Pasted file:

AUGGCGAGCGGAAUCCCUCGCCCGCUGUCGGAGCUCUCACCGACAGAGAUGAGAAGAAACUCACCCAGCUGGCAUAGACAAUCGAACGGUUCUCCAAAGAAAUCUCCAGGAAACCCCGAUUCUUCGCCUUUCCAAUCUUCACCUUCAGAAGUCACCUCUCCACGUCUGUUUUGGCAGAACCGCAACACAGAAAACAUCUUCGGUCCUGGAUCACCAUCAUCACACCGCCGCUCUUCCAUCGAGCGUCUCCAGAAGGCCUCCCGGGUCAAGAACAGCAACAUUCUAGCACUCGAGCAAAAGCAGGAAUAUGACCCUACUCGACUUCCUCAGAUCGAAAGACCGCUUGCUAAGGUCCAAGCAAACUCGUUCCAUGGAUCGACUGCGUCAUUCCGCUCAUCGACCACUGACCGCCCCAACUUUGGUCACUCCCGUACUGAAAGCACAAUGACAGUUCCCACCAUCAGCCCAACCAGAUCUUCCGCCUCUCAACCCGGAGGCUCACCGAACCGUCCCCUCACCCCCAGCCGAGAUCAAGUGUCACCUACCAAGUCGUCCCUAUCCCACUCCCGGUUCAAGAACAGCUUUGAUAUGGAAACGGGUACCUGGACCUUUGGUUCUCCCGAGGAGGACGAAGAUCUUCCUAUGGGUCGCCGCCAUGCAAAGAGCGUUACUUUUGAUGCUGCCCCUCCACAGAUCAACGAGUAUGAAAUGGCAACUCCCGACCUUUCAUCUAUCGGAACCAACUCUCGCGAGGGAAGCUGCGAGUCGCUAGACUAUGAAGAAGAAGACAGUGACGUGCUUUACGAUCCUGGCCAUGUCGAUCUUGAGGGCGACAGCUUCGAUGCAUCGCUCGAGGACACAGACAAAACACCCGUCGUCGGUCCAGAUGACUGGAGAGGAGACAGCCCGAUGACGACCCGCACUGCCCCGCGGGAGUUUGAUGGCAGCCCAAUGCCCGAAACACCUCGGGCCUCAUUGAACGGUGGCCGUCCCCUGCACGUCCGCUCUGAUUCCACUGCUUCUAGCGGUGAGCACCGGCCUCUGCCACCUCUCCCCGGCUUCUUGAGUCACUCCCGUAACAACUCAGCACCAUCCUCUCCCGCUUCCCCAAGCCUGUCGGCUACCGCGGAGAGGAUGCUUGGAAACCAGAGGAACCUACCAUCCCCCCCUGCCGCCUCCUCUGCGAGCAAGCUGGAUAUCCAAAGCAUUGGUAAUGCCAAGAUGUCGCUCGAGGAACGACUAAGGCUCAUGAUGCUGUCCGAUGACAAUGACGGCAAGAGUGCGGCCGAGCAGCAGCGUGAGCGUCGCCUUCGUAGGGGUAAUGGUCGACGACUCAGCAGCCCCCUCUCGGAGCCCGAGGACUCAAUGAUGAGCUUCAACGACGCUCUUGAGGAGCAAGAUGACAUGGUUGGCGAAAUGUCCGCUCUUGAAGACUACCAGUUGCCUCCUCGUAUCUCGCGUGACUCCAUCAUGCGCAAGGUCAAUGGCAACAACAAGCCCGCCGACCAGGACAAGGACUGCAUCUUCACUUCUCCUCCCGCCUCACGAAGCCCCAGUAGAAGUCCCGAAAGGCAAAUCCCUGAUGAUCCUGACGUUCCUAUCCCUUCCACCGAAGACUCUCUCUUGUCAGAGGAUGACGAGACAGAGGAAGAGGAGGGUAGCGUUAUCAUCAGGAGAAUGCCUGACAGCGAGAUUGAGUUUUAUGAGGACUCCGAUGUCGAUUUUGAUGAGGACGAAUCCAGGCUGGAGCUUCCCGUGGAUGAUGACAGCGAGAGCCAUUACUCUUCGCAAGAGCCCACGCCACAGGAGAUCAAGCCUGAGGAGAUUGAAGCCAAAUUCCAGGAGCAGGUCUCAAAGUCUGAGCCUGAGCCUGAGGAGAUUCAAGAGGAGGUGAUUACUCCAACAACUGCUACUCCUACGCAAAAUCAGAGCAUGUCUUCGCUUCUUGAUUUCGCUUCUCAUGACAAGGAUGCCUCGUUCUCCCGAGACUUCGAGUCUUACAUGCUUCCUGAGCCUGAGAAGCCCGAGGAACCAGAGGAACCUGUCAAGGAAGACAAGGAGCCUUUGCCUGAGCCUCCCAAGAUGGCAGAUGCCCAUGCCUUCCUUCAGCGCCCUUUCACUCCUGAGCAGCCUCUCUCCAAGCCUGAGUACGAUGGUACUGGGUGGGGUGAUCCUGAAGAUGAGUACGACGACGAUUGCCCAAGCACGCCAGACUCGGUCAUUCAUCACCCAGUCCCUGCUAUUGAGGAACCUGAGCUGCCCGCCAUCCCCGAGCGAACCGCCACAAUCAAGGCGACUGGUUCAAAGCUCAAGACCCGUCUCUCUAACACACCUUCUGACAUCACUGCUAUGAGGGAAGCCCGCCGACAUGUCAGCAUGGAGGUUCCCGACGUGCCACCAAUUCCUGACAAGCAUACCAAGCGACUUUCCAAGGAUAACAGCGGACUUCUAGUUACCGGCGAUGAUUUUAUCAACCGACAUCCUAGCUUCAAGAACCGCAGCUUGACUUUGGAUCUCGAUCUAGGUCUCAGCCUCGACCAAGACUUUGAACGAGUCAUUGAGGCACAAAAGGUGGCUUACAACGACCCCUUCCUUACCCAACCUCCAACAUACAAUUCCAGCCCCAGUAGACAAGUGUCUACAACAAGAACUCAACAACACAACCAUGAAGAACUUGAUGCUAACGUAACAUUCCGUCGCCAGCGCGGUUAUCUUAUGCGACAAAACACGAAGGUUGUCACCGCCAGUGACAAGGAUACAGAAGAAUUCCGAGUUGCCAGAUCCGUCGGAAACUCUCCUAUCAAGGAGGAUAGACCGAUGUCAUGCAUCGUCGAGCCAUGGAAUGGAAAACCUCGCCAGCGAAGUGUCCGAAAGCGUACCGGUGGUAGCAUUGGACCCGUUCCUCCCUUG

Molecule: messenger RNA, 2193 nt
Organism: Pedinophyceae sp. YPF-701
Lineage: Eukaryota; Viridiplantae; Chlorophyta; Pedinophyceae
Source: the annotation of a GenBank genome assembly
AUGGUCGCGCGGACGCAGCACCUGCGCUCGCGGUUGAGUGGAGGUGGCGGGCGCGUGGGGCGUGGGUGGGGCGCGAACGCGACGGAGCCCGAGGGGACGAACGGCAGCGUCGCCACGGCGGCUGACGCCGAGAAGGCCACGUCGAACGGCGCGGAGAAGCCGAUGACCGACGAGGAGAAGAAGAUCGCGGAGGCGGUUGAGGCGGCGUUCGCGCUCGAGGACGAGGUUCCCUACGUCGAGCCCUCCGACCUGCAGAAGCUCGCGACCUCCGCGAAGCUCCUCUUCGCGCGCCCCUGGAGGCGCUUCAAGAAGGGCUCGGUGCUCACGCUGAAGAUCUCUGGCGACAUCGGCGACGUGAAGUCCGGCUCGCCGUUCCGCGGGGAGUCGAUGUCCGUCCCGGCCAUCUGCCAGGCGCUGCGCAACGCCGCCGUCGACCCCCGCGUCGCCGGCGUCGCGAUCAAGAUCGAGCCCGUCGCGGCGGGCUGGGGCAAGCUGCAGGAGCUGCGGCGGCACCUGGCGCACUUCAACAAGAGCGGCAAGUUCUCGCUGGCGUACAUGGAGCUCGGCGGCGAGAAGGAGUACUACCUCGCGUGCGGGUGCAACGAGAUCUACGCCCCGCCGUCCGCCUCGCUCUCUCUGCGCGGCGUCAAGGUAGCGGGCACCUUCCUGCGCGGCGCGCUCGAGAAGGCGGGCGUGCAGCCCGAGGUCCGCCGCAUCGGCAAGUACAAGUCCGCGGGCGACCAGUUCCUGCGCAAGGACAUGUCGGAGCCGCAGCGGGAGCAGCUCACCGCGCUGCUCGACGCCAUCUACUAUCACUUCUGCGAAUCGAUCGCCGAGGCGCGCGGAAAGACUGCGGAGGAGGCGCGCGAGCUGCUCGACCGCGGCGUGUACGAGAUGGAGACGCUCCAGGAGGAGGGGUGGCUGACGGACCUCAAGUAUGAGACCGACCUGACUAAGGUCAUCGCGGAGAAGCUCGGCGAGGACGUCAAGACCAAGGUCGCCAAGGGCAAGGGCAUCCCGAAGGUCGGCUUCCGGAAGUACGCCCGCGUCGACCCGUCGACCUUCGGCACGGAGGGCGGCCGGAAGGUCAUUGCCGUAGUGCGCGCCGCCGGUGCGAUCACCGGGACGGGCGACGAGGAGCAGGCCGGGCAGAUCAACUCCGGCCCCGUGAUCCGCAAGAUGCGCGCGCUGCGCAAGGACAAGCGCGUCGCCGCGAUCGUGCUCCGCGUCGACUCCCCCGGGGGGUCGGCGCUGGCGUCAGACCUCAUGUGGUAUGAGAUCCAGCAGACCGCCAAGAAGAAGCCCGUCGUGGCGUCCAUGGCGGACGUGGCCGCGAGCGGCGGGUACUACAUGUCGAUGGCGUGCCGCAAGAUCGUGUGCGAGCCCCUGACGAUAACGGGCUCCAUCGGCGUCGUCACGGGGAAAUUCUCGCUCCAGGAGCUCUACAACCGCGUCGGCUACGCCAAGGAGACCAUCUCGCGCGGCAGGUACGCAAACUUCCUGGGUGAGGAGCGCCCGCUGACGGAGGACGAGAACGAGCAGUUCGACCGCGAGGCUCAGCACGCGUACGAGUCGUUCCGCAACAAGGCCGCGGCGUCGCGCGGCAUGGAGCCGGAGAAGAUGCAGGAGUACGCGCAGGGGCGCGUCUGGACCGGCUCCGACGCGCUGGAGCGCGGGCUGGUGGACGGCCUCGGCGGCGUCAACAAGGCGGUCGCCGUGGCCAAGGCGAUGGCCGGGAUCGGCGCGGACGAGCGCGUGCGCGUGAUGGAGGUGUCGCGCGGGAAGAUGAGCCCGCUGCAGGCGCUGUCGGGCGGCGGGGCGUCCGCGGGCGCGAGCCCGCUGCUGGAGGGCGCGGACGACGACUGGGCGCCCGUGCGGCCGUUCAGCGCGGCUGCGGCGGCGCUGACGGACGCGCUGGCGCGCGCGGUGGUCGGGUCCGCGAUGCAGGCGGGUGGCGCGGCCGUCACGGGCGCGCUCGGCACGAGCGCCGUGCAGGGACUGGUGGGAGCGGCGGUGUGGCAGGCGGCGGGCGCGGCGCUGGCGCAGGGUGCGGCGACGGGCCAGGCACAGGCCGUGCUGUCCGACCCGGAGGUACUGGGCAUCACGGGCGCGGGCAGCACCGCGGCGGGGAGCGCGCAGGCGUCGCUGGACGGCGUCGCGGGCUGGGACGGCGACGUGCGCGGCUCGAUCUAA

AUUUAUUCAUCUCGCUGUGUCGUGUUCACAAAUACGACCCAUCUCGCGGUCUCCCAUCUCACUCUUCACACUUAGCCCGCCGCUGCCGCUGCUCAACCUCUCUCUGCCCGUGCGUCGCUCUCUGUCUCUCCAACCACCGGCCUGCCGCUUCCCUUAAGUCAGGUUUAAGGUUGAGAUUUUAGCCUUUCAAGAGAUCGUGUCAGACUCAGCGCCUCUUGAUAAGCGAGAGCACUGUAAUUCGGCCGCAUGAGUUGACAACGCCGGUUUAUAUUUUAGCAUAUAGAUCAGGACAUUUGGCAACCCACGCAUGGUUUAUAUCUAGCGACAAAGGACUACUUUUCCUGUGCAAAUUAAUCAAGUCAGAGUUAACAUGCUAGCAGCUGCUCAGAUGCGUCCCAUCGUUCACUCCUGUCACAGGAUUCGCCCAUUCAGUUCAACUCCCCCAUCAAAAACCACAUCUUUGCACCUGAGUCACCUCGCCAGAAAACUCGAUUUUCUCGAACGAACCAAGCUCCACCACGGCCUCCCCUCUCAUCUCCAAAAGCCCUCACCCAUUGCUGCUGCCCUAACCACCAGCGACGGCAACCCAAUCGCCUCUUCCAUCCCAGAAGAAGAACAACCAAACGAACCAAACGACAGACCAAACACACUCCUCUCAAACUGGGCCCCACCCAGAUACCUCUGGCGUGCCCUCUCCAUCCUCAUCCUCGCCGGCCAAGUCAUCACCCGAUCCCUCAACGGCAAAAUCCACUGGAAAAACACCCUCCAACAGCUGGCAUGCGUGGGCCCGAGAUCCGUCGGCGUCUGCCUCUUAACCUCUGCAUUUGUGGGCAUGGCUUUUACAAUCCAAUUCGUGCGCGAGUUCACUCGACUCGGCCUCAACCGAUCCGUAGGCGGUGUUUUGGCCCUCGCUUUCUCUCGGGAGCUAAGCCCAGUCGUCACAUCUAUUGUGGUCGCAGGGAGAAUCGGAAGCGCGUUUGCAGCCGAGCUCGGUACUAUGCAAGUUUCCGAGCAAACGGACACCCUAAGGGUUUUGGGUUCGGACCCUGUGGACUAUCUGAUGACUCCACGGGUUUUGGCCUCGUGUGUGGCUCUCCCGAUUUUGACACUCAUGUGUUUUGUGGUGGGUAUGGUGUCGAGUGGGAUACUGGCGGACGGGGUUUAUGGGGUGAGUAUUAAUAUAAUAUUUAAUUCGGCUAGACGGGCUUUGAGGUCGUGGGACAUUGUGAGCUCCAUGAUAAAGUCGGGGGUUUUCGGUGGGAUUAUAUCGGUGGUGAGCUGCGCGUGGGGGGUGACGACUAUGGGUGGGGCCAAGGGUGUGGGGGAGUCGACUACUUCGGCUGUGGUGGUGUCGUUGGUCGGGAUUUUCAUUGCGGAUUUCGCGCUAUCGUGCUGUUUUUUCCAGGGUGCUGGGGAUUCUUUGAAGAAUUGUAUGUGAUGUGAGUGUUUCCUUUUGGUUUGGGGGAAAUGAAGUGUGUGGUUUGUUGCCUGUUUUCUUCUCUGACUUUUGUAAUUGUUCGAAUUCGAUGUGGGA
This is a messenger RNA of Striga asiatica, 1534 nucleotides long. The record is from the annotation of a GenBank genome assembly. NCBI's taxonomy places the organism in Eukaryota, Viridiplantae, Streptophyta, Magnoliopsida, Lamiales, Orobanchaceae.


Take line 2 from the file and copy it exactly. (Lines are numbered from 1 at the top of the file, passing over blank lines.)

Molecule: messenger RNA, 2193 nt